Indian tigers face extinction due to inbreeding and 'lack of genetic diversity'
Scientists say the current population has just seven per cent of the total DNA that existed within the community during British Raj
India’s population of tigers, which once surpassed 100,000 animals, is facing extinction because of a collapse in the variety of mating partners, according to new research.
Scientists say the current population of tigers has just seven per cent of the total DNA that existed within the community at the time of the British empire, when the animals were routinely hunted by British officials and Indian royalty.
The experts say that while India’s dwindling numbers of tigers may have stabilised in recent years, the threat of inbreeding is being overlooked and that action must be taken to prevent “islands” of just a handful of tigers that are not connected to other populations.
“A lot of the diversity has gone because the population has collapsed as a result of the threat to habitat,” said Professor Mike Buford of the School of Biosciences at Britain’s Cardiff University.
“What genetic diversity is left only exists in pockets. The Indian government is saying things are reasonably all right because the population has stabilised. But we are saying that is only part of the story.”
At the turn of the 20th Century, India was home to an estimated 100,000 of the animals. As a result of hunting, illegal poaching and declining habitats, that number now stands at fewer than 2,000.
Scientists from Britain, in collaboration National Centre for Biological Sciences in Bangalore, were able to compare genetic data from modern tigers with that of animals shot during the time of the British Raj. Those animals are part of the London Natural History Museum tiger collection.
The researchers found a high number of DNA variants in the tigers shot more than a 100 years ago and that up to 93 per cent of the that diversity missing in today’s creatures.
“We found that genetic diversity has been lost dramatically compared to the Raj tigers and what diversity remains has become much more subdivided into the small populations that exist today,” said Mr Bruford.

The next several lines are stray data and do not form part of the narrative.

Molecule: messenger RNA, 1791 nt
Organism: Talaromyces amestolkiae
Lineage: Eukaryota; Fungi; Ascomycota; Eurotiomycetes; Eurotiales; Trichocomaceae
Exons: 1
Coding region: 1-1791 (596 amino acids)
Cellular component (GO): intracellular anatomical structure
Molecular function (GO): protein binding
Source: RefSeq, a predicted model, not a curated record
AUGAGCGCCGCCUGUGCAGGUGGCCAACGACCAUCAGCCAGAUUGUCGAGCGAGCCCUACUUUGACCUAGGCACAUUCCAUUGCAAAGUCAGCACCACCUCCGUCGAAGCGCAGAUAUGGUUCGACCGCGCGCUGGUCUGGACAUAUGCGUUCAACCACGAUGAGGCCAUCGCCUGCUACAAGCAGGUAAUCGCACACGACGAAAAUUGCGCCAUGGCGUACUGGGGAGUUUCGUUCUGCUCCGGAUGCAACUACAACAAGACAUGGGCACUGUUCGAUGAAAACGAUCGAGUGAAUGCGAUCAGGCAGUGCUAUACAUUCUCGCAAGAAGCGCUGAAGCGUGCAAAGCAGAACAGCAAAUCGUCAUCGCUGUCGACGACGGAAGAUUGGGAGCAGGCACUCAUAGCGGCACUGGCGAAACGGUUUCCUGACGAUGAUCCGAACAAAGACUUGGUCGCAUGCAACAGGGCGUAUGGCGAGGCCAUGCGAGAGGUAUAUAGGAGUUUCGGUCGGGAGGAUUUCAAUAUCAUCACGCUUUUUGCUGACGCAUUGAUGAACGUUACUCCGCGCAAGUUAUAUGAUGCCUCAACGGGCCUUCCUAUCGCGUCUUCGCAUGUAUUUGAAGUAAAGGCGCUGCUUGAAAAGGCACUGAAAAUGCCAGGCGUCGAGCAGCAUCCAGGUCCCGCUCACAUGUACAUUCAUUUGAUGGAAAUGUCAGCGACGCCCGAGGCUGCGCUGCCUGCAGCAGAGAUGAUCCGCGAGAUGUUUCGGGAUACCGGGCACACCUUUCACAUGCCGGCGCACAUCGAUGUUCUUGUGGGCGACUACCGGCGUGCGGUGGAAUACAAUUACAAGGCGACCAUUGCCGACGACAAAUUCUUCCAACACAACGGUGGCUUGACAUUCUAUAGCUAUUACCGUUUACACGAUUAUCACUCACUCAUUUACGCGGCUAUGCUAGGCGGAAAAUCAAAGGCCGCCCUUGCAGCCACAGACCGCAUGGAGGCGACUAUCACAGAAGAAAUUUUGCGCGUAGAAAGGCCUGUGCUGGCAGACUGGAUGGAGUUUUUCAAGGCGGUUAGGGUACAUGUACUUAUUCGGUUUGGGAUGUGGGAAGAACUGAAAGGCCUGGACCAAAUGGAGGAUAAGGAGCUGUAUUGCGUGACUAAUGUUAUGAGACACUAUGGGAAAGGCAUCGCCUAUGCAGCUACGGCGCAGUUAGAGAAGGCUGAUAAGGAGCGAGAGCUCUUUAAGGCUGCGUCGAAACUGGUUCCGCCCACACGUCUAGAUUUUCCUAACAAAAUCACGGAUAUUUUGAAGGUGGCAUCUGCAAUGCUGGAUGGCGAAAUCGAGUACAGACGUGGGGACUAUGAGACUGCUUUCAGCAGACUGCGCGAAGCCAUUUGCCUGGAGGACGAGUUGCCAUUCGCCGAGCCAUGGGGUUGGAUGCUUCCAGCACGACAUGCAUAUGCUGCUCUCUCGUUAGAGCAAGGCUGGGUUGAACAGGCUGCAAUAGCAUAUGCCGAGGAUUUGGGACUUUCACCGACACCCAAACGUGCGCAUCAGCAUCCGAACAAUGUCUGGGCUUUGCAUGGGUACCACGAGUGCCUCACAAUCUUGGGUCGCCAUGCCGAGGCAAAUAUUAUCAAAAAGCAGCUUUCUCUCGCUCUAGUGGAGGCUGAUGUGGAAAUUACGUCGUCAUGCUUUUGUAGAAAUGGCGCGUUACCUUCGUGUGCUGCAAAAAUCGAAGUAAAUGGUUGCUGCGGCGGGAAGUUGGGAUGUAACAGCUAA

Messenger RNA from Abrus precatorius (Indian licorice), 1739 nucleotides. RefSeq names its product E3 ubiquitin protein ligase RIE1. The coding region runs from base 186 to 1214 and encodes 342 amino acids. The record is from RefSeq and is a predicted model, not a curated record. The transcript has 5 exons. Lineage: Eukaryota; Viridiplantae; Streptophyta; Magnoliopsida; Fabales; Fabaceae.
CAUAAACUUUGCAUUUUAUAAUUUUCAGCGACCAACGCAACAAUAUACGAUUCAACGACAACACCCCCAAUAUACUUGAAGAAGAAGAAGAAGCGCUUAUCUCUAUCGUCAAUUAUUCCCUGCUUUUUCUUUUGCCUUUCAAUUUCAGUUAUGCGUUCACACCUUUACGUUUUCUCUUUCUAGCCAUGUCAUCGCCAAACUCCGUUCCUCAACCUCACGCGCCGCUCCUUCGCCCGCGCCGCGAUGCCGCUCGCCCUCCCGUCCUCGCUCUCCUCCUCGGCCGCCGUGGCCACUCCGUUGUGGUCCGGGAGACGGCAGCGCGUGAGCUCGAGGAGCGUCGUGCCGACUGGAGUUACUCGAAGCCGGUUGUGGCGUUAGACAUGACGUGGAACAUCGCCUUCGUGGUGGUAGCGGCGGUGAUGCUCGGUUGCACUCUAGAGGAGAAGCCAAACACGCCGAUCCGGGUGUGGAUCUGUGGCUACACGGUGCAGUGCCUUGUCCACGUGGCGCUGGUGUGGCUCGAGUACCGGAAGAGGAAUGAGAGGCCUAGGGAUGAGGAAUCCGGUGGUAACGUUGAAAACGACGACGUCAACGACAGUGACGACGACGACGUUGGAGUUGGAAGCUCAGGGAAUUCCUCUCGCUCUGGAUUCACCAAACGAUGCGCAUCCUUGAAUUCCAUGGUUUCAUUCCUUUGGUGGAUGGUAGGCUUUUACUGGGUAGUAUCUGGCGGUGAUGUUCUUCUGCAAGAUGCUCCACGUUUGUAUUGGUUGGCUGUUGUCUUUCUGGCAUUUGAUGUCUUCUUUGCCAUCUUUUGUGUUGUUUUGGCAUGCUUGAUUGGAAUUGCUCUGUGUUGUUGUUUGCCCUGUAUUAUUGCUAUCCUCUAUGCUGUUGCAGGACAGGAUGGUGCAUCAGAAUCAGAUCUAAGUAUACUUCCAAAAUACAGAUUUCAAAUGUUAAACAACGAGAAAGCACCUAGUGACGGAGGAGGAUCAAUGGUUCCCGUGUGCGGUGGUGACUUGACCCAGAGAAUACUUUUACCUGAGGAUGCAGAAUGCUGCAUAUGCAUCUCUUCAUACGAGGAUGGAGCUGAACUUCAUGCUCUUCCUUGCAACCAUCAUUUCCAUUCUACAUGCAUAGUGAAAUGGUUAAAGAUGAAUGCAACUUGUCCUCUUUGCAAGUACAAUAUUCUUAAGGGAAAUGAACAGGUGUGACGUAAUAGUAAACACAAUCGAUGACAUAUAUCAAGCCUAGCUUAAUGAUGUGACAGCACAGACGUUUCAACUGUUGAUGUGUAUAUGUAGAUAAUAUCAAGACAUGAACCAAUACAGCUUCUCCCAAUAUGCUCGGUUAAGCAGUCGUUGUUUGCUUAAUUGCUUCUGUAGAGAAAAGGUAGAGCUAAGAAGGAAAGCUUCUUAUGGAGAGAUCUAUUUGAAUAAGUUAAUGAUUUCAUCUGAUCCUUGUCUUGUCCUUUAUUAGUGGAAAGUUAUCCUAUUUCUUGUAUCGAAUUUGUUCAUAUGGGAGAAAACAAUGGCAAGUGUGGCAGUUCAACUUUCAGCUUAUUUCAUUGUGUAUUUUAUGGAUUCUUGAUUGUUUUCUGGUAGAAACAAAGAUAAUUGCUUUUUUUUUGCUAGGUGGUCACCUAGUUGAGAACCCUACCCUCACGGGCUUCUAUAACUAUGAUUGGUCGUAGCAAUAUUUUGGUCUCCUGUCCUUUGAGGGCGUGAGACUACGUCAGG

He added: “This is important because tigers, like all other species, need genetic diversity to survive - especially under climate change – so what diversity remains needs to be managed properly so that the Indian tiger does not become inbred, and retains its capacity to adapt.”
The latest census of tigers in India, carried out in 2011, suggested the total population may stand at around 1,700, a figure that would represent a stabilisation or even a slight increase on previous counts.
However, not all experts trust that figure, pointing out that the survey was done using camera traps and extrapolation rather than pug mark counts, as has been previously used.
Valmik Thapar, a leading Indian tiger expert, said he believed the biggest challenge to the nation’s big cats was a lack of political leadership and poor governance.
He said the idea of the establishment of “corridors” for the tigers that joined up various populations, would never happen. “We don’t have the political will or the governance,” he told The Independent.
The Cardiff scientists, whose work is published in the Proceedings of The Royal Society B journal, said the territory occupied by the tiger has declined more than 50 per cent during the last three generations and that today mating only occurs in 7 per cent of its historical territory.
India accounts for perhaps 60 per cent of the world’s tigers. Yet everywhere they are under threat and over the past century total numbers have fallen by 95 per cent.
Of the nine sub-species of tiger, three – the Caspian, Javanese and Balinese – are already lost. A fourth, the South China tiger, is considered “functionally extinct” with perhaps fewer than 30 surviving in the wild, and the the Sumatran tiger is listed as critically endangered.
The others – the Indochinese, the Malayan, the Siberian and India’s Bengal tiger, are all facing hue threats.
“Both conservationists and the Indian Government must appreciate that the number of tigers alone is not enough to ensure the species’ survival,” said Mr Bruford.
“They need to protect the whole spread of forest reserves because many reserves now have their own unique gene combinations, which might be useful for future breeding programmes.”
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